Beyond football: The real South Africa

David Blackmore, in South Africa for the World Cup finals, reports on what the host nation is really like and discovers that behind its 'friendly face' is a country beset with a crime problem.

David Blackmore, in South Africa for the World Cup finals, reports on what the host nation is really like and discovers that behind its 'friendly face' is a country beset with a crime problem.

Before heading out to watch England try to win the World Cup I was warned by friends and family about the dangers of going to South Africa.

I was told I would be mugged, burgled, kidnapped or even murdered during my stay in the Rainbow nation by people who have never set foot in Africa.

So I took the discouraging words with a pinch of salt and I was hopeful of proving them wrong and discovering a better South Africa.

But what I have found is crime is still a major problem in the country, even though it is falling, and that the threat of crime haunts South Africans.

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I have spent the majority of the World Cup so far staying in Boksburg, near Johannesburg, which is deemed a crime hotspot.

On arriving at my accommodation I was greeted by a huge gate, high concrete fencing and a growling dog - a modern day fortress.

Then when I looked around all the other houses along the street were equally protected - some even with barbed wire - and I wondered what I had let myself in for.

I had also noted when driving from the airport that a number of roads were gated, had 24 hour security and this gave me an early insight into perhaps how bad it once was.

On meeting my hosts I was straight away told to be careful and vigilant when walking around the area.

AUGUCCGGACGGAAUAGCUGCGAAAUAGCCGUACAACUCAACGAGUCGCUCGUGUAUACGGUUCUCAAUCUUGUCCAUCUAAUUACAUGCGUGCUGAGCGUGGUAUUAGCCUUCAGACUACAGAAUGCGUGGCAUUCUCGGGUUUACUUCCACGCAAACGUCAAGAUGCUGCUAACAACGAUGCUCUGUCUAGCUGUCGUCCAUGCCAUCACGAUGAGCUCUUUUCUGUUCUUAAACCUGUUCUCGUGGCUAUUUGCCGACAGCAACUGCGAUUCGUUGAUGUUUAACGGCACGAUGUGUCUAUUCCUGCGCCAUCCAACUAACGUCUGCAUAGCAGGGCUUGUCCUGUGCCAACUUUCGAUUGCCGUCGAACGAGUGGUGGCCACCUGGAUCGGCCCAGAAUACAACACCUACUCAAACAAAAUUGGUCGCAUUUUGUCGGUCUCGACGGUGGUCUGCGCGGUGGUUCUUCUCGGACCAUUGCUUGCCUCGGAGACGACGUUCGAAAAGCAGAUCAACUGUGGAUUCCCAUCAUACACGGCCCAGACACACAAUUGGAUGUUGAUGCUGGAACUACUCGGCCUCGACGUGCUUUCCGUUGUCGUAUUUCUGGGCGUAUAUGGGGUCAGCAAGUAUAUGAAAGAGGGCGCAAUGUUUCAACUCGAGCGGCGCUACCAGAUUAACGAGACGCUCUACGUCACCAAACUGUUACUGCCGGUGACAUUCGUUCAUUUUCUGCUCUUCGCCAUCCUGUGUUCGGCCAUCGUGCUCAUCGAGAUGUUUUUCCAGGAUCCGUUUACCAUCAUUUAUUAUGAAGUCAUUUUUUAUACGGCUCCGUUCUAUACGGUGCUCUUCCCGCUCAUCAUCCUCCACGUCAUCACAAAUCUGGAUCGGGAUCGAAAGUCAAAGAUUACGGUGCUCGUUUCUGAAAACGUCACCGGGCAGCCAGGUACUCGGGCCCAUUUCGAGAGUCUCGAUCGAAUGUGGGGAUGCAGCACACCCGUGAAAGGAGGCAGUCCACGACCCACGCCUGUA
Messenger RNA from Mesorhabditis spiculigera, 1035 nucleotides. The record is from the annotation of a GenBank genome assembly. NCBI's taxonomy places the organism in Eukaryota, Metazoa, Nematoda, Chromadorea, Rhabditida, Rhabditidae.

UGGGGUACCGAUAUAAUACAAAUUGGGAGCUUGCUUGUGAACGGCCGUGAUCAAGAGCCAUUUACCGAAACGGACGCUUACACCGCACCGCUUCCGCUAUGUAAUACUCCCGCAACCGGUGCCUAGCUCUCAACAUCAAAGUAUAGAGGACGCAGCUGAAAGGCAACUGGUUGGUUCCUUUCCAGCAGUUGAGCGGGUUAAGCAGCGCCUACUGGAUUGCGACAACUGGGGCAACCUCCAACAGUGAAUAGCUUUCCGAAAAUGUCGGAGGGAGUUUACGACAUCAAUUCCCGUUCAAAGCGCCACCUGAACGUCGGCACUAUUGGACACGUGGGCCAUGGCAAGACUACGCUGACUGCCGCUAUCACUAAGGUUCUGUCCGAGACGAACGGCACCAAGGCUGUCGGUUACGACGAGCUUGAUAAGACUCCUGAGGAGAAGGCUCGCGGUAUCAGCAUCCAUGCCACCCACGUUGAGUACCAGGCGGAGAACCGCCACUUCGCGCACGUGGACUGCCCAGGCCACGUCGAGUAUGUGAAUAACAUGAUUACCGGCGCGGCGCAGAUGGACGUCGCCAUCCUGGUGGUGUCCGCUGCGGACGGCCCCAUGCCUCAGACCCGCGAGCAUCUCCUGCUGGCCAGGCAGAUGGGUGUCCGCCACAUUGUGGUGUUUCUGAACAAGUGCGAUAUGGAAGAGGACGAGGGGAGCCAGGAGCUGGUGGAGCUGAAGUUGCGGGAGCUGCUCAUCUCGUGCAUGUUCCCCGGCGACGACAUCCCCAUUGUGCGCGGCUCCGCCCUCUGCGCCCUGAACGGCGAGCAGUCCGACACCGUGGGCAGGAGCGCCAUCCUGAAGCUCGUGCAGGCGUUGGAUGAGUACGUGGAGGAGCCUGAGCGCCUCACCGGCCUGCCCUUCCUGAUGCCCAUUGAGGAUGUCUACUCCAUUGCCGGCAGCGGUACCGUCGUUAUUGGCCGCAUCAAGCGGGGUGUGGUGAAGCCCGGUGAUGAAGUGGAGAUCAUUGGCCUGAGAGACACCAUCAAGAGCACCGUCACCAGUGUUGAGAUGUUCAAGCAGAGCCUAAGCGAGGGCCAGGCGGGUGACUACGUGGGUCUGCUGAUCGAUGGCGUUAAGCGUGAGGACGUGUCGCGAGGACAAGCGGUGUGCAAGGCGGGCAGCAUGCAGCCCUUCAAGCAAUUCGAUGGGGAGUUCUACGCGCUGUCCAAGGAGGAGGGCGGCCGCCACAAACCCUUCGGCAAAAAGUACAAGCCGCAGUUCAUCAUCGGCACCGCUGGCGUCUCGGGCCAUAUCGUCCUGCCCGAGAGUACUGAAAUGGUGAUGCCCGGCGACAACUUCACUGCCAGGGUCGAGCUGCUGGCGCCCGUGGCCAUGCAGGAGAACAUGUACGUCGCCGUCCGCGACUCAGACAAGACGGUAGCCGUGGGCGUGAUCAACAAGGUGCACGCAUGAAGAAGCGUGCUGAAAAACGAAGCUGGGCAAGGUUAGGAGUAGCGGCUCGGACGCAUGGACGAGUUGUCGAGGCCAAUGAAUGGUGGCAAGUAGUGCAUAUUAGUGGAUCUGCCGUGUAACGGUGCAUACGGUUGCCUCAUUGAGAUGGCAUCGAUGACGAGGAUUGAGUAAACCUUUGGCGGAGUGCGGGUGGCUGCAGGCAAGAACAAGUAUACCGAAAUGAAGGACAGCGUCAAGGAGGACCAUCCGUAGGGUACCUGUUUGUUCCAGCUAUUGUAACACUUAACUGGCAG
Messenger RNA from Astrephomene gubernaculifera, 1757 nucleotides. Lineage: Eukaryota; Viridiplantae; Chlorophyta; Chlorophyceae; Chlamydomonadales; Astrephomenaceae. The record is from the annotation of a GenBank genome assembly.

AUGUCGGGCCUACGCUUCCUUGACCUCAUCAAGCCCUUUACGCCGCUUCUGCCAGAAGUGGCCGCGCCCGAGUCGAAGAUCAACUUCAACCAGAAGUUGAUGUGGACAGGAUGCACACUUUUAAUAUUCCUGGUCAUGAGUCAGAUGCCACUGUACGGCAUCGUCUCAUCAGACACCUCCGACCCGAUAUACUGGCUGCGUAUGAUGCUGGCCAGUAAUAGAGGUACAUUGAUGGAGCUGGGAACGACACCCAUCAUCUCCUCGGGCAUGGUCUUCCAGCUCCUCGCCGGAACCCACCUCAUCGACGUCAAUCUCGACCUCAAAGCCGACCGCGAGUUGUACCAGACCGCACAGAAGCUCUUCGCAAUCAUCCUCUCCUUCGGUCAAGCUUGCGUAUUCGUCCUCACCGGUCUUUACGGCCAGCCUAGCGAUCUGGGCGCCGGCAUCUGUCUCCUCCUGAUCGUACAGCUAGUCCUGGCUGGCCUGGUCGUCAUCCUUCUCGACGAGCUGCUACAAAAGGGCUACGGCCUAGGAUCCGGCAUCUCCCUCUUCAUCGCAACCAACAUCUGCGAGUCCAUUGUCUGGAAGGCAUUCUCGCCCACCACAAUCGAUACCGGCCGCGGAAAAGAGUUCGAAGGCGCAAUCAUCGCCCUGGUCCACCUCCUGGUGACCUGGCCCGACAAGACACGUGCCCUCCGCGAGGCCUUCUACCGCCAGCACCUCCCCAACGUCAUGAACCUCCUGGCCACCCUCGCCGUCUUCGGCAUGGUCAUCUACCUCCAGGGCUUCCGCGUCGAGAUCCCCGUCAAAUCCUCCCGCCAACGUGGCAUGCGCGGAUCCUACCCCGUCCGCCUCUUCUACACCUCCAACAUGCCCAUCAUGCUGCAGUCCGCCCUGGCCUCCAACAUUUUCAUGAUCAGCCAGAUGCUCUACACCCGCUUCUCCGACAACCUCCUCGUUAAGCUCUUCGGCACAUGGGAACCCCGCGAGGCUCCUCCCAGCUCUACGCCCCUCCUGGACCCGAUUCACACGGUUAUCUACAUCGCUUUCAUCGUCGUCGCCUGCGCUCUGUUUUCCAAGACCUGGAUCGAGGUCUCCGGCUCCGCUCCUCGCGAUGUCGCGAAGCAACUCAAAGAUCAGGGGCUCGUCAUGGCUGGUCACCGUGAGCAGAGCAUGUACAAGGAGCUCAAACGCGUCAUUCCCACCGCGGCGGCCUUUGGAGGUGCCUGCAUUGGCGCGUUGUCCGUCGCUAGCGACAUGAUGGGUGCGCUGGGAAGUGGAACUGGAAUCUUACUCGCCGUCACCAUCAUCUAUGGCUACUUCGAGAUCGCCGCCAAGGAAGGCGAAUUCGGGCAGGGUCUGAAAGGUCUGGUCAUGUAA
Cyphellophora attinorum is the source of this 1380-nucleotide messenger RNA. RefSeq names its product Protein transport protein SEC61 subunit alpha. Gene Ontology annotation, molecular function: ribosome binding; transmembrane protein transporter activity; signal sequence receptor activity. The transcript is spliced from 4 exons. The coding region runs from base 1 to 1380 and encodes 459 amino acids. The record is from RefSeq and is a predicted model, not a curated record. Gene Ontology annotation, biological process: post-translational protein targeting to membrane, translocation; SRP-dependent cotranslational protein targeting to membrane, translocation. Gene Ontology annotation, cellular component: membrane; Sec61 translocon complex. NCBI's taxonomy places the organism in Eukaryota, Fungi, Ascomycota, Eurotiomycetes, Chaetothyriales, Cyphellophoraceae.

I was told of the possibility of being mugged, burgled, and also given a list of a few places to avoid - like a nearby township.

One of my hosts, Merlin Jeremiah, told me: "A lot of people in South Africa were worried about how foreigners would get on out here.

"There are areas here and throughout South Africa that are no go areas even for South Africans and we were really concerned that foreigners might wander into these places.

"The crime in South Africa is high compared to other countries. There was a time when we had a lot of burglaries and ordinary citizens would come home to see the things they worked hard for had been stolen.

"That is why there was a big movement to put in all the security you have seen as a precautionary measure and it's helping to bring crime down.

"However, we are all aware that being a victim of crime here is still as much of a reality than ever before here and that does play with our minds."

He added: "What I have been telling foreigners is that it is fine here if you are sensible, think, have an open mind and be alert at all times."

I have come across people in my time here already who have been a victim of crime with one incident being some England fans who were burgled on only their second night.

Two of the victims, a father and son, had everything taken including money, cards and a playstation. They looked devastated before England's opening World Cup game and ended up travelling home soon after.

The other members of the house didn't lose as much but were equally shaken by the experience as they were asleep at the time of the burglary.

England's opening game against USA in Rustenburg, which is very remote, also gave me an insight into the crime troubles in South Africa.